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Motorola Razr 5G: A Huge Improvement
PC Magazine|October 2020
Motorola Razr 5G: A Huge Improvement
Motorola revolutionized the mobile phone industry in 2004 when it launched the Razr. Almost overnight, the sleek clamshell phone became a status symbol and gained a dedicated following until Apple’s iPhone and a host of other smartphones hit the market.
STEVEN WINKELMAN

Moto brought it back briefly in the early 2010s with a line of slab-style Droid Razrs, before reuniting it with its rightful folding form factor earlier this year. While the new Razr 5G definitely turned heads, it was met with mixed reviews (including our own) and a healthy dose of skepticism after Samsung’s problems with the Galaxy Fold. Months later, the folding phone trend shows no sign of stopping, and Motorola is back with the Razr 5G.

Can the Razr 5G muster up the same enthusiasm as the OG model? Possibly, though even Motorola’s Doug Michau said the form factor isn’t for everyone—and until I used the new phone, I wasn’t sold on it myself. But the Razr 5G is different from most of the foldable out there right now, as it doesn’t attempt to do double duty as a tablet or a laptop replacement. And it fixes nearly every issue we had with its predecessor, for a lower price. While it’s still pretty expensive at $1,399.99, it costs a lot less than the $2,000 Samsung Galaxy Z Fold 2, which is the only other folding phone we currently recommend.

BRINGING BACK A CLASSIC (AGAIN)

The Motorola Razr 5G is a handsome phone. The boxy design and sharp edges of the previous model have been replaced with curved glass, aircraft-grade aluminum, and a svelte chin bezel. It actually looks like a clamshell, unlike the clunky Galaxy Z Flip, which looks more like Samsung simply threw a hinge and flexible display into a regular smartphone.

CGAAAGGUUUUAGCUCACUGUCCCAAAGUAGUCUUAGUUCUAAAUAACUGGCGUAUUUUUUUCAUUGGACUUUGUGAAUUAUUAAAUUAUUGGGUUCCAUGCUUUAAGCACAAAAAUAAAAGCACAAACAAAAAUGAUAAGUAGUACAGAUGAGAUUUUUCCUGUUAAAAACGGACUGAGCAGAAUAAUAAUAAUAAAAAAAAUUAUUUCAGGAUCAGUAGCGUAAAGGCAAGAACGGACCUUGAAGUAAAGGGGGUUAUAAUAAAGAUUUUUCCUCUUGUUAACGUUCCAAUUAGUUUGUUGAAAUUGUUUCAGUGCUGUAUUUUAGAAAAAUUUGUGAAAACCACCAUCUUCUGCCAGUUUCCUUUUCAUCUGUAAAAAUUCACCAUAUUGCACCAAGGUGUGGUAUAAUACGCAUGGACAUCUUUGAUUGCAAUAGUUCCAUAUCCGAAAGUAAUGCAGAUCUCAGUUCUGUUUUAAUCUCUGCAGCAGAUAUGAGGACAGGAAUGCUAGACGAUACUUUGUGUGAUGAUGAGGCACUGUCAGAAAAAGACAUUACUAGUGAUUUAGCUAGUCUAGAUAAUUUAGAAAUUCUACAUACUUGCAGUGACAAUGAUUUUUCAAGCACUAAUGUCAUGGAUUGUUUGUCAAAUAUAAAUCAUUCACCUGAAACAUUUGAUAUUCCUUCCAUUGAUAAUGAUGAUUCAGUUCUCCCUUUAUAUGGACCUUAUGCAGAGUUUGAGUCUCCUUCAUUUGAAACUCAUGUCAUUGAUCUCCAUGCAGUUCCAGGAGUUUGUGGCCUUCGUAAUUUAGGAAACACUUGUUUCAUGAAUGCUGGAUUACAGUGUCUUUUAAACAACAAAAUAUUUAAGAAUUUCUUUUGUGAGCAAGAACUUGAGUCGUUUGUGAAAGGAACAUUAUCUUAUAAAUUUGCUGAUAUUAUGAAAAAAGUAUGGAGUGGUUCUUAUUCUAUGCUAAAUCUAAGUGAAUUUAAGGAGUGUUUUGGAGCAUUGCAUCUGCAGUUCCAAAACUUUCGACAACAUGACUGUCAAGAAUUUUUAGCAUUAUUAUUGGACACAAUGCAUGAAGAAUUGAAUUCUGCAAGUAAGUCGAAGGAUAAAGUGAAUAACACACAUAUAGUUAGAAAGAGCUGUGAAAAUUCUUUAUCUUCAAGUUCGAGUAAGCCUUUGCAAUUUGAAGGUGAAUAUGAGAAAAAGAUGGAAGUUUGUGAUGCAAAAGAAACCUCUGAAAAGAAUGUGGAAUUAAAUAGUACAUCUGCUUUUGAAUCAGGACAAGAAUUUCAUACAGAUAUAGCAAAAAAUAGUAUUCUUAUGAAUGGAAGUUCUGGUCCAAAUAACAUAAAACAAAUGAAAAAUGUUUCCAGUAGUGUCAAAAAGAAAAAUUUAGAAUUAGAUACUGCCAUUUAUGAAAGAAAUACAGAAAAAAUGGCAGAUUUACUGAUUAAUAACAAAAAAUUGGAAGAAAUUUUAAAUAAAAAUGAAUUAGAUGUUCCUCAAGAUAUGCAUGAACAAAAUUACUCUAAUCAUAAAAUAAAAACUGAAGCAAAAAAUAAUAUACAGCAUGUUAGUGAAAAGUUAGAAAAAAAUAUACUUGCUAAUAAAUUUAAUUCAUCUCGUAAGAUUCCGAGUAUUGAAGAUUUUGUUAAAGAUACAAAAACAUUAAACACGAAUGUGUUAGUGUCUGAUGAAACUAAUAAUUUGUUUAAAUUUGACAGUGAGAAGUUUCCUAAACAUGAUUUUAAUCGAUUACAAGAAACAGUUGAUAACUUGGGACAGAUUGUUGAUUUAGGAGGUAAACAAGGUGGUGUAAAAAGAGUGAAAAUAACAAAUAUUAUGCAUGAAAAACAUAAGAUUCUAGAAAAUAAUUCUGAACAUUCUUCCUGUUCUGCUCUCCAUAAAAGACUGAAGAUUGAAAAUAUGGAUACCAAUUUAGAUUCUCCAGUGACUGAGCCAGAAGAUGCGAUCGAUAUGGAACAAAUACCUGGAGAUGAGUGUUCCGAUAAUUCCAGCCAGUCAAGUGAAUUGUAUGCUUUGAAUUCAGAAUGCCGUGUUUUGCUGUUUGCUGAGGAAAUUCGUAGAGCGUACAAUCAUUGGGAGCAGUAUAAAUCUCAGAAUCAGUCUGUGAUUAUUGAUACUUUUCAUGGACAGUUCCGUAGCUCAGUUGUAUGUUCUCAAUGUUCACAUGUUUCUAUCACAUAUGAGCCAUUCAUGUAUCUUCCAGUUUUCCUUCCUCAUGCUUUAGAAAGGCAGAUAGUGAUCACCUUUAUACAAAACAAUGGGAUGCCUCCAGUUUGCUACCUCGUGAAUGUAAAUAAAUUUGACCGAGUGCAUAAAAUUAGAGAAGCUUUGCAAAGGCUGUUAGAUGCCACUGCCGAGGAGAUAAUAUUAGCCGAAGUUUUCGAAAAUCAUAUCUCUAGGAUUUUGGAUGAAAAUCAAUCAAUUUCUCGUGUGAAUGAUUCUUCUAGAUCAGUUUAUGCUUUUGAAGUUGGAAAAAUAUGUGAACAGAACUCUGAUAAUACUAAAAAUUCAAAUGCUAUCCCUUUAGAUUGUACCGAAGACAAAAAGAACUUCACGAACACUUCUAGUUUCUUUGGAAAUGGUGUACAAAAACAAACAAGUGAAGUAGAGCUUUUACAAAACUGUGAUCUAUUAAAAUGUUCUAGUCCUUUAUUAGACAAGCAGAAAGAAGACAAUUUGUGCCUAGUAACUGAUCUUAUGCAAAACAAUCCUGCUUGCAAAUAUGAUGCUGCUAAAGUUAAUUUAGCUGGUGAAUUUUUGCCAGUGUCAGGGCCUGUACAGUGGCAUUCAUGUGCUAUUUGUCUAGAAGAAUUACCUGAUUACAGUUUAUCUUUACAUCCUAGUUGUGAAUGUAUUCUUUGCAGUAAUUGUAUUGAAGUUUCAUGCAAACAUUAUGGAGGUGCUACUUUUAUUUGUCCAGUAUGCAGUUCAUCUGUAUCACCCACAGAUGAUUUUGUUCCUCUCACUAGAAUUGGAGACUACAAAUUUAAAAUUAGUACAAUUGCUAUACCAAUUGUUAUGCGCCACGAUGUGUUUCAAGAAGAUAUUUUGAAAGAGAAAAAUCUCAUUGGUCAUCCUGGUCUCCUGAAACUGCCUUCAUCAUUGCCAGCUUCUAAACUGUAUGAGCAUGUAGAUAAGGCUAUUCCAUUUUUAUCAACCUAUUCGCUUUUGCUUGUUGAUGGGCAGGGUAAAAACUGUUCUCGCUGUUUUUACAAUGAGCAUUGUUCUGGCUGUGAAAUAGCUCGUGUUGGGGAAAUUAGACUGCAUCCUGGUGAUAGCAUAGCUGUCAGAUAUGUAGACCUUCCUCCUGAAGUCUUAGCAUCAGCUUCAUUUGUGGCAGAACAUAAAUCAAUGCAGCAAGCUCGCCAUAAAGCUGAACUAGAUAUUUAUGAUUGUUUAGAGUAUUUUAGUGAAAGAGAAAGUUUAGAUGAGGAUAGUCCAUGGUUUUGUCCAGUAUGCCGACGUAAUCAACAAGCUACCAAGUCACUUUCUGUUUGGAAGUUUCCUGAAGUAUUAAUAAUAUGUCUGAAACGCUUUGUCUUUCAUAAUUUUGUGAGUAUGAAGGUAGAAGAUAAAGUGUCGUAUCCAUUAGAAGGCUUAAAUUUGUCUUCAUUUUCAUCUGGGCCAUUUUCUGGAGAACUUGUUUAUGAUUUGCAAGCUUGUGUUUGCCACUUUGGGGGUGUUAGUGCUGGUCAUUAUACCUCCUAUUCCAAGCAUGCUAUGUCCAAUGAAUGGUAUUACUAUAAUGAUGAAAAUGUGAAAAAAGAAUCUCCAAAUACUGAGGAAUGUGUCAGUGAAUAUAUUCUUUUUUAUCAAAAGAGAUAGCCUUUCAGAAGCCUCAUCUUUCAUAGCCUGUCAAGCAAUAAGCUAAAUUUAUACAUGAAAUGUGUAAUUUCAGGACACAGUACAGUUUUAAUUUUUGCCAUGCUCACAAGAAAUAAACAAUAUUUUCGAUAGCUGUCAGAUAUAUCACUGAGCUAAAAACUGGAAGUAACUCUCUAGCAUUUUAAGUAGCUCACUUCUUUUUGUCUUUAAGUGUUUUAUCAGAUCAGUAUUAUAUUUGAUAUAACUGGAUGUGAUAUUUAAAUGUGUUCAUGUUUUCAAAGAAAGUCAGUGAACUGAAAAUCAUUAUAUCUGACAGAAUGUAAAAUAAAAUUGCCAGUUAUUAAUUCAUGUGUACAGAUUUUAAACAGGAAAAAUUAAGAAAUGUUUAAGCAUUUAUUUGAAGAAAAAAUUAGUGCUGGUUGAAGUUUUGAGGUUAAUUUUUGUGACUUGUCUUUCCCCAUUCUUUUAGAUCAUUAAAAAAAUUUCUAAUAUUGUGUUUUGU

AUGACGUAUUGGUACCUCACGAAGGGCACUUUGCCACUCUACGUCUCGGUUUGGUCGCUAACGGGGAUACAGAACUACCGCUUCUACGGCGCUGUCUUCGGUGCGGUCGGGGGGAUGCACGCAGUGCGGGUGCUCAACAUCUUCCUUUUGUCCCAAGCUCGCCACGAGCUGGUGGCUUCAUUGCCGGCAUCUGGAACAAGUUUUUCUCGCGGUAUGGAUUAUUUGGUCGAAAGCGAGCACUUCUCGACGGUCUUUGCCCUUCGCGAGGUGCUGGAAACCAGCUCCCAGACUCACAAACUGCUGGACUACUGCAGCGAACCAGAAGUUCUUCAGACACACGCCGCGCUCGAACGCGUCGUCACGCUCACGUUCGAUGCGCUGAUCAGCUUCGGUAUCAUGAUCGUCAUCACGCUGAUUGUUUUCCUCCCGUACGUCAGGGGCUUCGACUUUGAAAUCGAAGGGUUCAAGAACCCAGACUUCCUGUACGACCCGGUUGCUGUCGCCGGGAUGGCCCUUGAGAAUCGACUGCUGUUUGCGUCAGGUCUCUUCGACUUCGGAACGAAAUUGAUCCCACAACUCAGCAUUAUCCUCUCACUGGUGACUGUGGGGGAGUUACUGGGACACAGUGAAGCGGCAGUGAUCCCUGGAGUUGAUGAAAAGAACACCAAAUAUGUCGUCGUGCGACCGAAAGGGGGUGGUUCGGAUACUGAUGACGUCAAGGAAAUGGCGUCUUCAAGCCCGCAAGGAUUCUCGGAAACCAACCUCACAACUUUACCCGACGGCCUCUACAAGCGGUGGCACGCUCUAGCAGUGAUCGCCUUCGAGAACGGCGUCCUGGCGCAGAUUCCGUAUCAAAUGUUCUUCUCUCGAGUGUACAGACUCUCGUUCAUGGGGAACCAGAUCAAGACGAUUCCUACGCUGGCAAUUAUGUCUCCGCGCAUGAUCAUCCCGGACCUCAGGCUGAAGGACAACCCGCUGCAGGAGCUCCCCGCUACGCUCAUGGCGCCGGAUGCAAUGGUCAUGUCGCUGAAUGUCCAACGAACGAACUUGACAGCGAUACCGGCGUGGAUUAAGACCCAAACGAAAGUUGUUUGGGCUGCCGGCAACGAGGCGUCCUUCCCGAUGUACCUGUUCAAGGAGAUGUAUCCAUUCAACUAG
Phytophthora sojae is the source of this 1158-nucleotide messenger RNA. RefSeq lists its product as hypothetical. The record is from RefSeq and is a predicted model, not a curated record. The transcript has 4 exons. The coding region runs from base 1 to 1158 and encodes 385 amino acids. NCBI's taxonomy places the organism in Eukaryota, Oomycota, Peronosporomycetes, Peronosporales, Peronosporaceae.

Motorola Razr 5G

PROS Gorgeous design. Useful exterior display. Excellent 48MP camera. Solid sub6GHz 5G connectivity.

CONS No IP rating. Battery life could be better.

BOTTOM LINE The Motorola Razr 5G is a stylish folding phone that improves on its predecessor in every way.

Folded, the Razr 5G measures 3.6 by 2.9 by 0.6 inches (HWD) and weighs 6.7 ounces. While we fretted over the possibility of pinched fingers from the hinge on the previous model, I purposely tried to make it happen for over half an hour this time, and I think it’s safe to say this hinge is pinch-free.

Speaking of the hinge, Motorola says it made some minor alterations to make this model feel more like the Razr from the early 2000s. It’s easy to open with one hand, and it closes with a satisfying snap. Perhaps best of all, I’ve opened and closed the phone at least a thousand times at this point without experiencing the creaky noise that plagued the previous model.

It’s also worth noting the Razr 5G’s hinge has two positions: open and closed. There’s no Flex Mode like on the Galaxy Z Fold 2 or the seemingly limitless variations offered by the Microsoft Surface Duo. You can’t use the Razr 5G as an ebook, or a tablet, or a very tiny laptop; it’s a phone, plain and simple.

I tested the dark-gray model, which does a pretty good job of resisting fingerprints. You can see some smudges in direct sunlight, but they’re not nearly as egregious as on many other glass phones.

The power button is on the left side of the phone, and the volume rocker is found on the right. The unsightly fingerprint sensor on the chin of the previous model has been moved to the back, which is a much better spot. A USB-C port and speaker sit on the bottom; the phone has no headphone jack, but Motorola includes a USB-C headphone adapter in the box. The lack of stereo sound feels like a missed opportunity, especially since Motorola often uses the earpiece as a top-firing speaker in other phones.

The outside of the Razr 5G is home to a 2.7-inch, 800-by-600-pixel Peek Display and a 48MP camera. The display is essentially the same as on the last model, but it’s way more functional thanks to some software modifications. In addition to the basics, such as date, time, and notifications, you can now access your favorite apps, reply to texts and notifications, and use Google Assistant without needing to open the phone.

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October 2020